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Theodore A. Hoppe


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What are we to do with "Comment Trolls" here at TED?

Stephen Downs writes on his blog that I subscribe to, "OLDWeekly. He recently wrote on the subject of " comment trolls."
"We'll use the word 'science' a little loosely here, but meanwhile there's an interesting survey on the consequences of comment trolls: "it appeared that pushing people's emotional buttons, through derogatory comments, made them double down on their preexisting beliefs." The author offers an explanation, "the psychological theory of motivated reasoning," akin to Hume's dictum, but I think the interplay between thoughts and feelings (if they are even distinct things) is a lot more complex than that. That said, I can attest first-hand to the way comment trolls can drain the life out of a discussion, out of a website, out of living itself. Which, of course, if their intent."
The author Downes is referring to is Chris Mooney. His article in Mother Jones observes:
"In the context of the psychological theory of motivated reasoning, this makes a great deal of sense. Based on pretty indisputable observations about how the brain works, the theory notes that people feel first, and think second. The emotions come faster than the "rational" thoughts—and also shape the retrieval of those thoughts from memory. Therefore, if reading insults activates one's emotions, the "thinking" process may be more likely to be defensive in nature, and focused on preserving one's identity and preexisting beliefs."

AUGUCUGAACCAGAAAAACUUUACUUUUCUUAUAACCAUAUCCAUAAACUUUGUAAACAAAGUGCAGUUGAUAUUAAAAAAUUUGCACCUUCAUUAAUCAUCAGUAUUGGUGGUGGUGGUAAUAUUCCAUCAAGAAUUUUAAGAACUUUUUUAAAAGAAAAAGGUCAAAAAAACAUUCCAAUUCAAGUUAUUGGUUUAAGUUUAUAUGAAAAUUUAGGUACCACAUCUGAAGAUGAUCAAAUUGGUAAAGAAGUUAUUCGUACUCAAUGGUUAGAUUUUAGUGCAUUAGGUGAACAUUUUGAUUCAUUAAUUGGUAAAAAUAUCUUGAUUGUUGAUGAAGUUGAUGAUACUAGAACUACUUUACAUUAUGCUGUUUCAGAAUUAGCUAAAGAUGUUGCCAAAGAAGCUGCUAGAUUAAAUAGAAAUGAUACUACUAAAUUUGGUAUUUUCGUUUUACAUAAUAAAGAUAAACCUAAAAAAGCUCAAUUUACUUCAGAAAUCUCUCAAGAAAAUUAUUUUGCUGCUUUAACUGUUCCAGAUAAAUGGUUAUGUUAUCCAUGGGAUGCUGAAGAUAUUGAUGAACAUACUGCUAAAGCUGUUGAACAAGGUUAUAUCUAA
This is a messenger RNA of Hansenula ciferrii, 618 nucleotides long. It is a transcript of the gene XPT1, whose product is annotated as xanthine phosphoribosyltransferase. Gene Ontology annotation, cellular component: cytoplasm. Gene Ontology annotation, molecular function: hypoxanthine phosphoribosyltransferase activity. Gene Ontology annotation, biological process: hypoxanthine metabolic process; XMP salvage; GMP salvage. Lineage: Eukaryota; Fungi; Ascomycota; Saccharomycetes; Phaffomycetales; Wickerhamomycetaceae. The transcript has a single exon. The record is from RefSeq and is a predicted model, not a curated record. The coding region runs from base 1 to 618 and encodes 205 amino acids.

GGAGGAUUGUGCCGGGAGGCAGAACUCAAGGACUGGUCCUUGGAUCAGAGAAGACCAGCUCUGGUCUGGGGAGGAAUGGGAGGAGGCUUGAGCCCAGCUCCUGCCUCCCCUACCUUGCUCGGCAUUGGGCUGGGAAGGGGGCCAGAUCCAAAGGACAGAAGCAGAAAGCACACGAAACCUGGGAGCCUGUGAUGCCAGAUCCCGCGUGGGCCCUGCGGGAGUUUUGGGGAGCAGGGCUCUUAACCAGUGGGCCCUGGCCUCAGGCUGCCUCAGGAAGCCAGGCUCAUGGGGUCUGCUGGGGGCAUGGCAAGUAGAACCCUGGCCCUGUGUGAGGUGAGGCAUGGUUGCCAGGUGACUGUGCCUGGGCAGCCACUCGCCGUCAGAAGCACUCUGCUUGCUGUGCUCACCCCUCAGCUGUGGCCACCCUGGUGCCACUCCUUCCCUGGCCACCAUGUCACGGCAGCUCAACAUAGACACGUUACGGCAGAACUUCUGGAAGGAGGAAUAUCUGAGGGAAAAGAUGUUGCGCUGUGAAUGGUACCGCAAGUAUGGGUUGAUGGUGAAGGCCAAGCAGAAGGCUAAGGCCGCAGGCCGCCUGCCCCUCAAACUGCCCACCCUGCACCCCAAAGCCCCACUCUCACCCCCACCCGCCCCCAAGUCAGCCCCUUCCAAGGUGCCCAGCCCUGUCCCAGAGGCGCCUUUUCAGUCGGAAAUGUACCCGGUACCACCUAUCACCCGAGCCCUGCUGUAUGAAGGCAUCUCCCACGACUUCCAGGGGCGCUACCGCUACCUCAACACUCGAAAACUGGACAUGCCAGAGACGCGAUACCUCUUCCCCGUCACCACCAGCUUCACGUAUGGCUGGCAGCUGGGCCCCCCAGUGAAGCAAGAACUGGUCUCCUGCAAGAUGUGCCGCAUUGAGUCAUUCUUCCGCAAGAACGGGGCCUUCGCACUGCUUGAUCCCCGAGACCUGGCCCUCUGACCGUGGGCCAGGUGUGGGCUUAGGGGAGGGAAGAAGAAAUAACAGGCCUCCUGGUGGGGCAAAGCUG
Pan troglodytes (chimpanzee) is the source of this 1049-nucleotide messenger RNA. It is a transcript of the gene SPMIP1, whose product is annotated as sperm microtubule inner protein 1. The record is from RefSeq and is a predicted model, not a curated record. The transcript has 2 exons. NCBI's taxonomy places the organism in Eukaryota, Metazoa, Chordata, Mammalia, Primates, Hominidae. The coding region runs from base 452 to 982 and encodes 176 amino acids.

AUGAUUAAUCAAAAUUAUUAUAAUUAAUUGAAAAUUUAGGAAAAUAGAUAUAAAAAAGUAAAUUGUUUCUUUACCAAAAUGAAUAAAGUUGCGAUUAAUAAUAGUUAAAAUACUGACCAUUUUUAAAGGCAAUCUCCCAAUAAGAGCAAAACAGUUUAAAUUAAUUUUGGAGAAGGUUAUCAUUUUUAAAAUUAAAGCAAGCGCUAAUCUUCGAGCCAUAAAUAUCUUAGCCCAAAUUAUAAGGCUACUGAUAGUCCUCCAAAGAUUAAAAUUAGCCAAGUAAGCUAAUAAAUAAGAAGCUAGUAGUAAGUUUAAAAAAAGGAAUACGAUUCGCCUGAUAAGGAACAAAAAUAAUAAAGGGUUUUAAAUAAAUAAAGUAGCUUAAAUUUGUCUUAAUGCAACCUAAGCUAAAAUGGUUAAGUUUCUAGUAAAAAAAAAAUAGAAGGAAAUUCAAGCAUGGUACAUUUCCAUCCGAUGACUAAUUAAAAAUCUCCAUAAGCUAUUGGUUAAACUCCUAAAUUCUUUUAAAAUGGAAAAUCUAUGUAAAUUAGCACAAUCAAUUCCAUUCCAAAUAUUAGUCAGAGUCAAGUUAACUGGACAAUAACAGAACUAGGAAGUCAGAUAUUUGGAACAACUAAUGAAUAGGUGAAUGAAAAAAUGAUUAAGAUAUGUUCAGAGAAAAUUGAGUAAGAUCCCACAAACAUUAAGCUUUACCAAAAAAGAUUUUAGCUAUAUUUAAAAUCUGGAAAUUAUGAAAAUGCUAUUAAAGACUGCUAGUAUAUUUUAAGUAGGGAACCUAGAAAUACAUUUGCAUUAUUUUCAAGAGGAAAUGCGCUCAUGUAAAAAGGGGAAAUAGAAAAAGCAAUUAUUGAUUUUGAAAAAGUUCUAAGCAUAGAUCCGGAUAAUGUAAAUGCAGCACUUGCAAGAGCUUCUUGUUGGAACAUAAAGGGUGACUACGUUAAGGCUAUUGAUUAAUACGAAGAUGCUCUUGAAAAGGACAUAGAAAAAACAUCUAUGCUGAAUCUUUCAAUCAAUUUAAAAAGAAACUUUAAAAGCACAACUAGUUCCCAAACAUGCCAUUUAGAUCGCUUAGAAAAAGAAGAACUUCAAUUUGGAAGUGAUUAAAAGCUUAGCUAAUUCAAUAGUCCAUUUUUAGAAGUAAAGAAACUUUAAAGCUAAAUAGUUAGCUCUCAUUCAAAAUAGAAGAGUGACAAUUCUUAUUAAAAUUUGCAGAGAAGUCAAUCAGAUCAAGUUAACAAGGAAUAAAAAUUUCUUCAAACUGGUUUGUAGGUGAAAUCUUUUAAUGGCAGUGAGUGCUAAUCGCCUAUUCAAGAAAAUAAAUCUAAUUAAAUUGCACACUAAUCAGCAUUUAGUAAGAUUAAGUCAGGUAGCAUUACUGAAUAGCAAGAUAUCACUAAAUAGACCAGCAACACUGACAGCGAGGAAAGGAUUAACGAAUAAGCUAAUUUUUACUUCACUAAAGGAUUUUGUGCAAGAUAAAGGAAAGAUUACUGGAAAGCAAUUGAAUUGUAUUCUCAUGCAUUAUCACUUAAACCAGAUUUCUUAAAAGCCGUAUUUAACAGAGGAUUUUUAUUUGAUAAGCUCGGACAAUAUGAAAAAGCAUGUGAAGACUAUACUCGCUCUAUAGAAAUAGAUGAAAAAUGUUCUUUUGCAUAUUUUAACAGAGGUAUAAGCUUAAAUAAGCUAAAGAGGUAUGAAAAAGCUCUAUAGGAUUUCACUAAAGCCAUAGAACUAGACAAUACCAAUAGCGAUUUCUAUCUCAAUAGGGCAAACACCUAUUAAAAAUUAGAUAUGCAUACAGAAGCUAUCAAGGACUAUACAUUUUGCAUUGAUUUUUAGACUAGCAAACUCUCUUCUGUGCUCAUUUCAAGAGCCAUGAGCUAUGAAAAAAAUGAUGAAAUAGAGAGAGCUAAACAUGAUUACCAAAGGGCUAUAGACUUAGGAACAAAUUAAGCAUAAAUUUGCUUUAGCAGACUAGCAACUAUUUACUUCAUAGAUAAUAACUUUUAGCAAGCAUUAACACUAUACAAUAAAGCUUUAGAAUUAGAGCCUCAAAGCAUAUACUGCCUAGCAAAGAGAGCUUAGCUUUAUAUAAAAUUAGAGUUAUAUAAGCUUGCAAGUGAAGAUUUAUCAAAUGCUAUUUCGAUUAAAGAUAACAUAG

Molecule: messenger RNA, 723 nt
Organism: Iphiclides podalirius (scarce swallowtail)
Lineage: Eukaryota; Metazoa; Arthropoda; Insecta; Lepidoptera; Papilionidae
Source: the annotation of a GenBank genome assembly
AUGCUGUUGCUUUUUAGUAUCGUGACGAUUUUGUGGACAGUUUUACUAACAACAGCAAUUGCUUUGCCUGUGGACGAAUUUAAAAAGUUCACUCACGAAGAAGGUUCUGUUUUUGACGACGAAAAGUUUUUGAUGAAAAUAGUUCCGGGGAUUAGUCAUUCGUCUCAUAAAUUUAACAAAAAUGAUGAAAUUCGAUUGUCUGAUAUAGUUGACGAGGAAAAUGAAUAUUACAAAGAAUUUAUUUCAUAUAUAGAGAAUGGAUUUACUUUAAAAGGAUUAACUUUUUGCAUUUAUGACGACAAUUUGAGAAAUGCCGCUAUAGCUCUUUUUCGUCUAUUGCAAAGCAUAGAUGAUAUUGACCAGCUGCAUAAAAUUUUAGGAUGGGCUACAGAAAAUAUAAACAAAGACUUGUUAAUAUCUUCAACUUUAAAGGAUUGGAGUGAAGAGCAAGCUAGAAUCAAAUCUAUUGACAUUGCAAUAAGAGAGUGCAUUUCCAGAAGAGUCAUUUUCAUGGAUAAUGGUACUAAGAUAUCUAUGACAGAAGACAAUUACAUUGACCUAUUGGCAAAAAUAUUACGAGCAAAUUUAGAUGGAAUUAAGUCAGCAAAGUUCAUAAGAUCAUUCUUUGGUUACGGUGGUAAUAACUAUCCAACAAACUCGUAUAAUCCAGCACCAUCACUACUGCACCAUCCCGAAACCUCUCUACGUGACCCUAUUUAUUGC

Have a look at the article and share your thoughts.


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  • Jan 19 2013: Nothing.
    Keep them involved. (keep me involved. I guess I am a sort of troll, especially since I cannot always get back to a topic soon after, and it makes me look like one)
    Sometimes one doesn't have internet time so they quickly punch out a response.
    My internet is always failing, for days.
    Everyone is of a different age, with different experiences, ideas and buttons, and it takes some time to learn what all my buttons are and how to deal more effectively with them.
    Sometimes it's good to be emotional, other times not so.
    Let people be people. Let them be who they are.
    Why label them? That seems a way of trying to control them.
    I am very guilty of that myself and I do not feel very smart or even intelligent.
    Certainly no where near as intelligent or smart as many on Ted are (or seem to be)

    That always makes me look like a troll, but I don't feel like one.

    Not ever having anyone to talk to for most of my life, many times evokes spurts of ideas from me, comments and so on.
    I have to let them out as best I can and as best I know how.
    I always have to look in the mirror during the day and know that ultimately I am then looking at the real problem.

    For some, this is a new experience, reaching out into the world where many others will see, read and even ponder what they think. That is a risk, thrilling at times, embarrassing, irritating, supportive and not so well accepted.
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      Jan 19 2013: Great comments. I seeing that this is becoming a community building discussion where we get to learn about ourself and each other.

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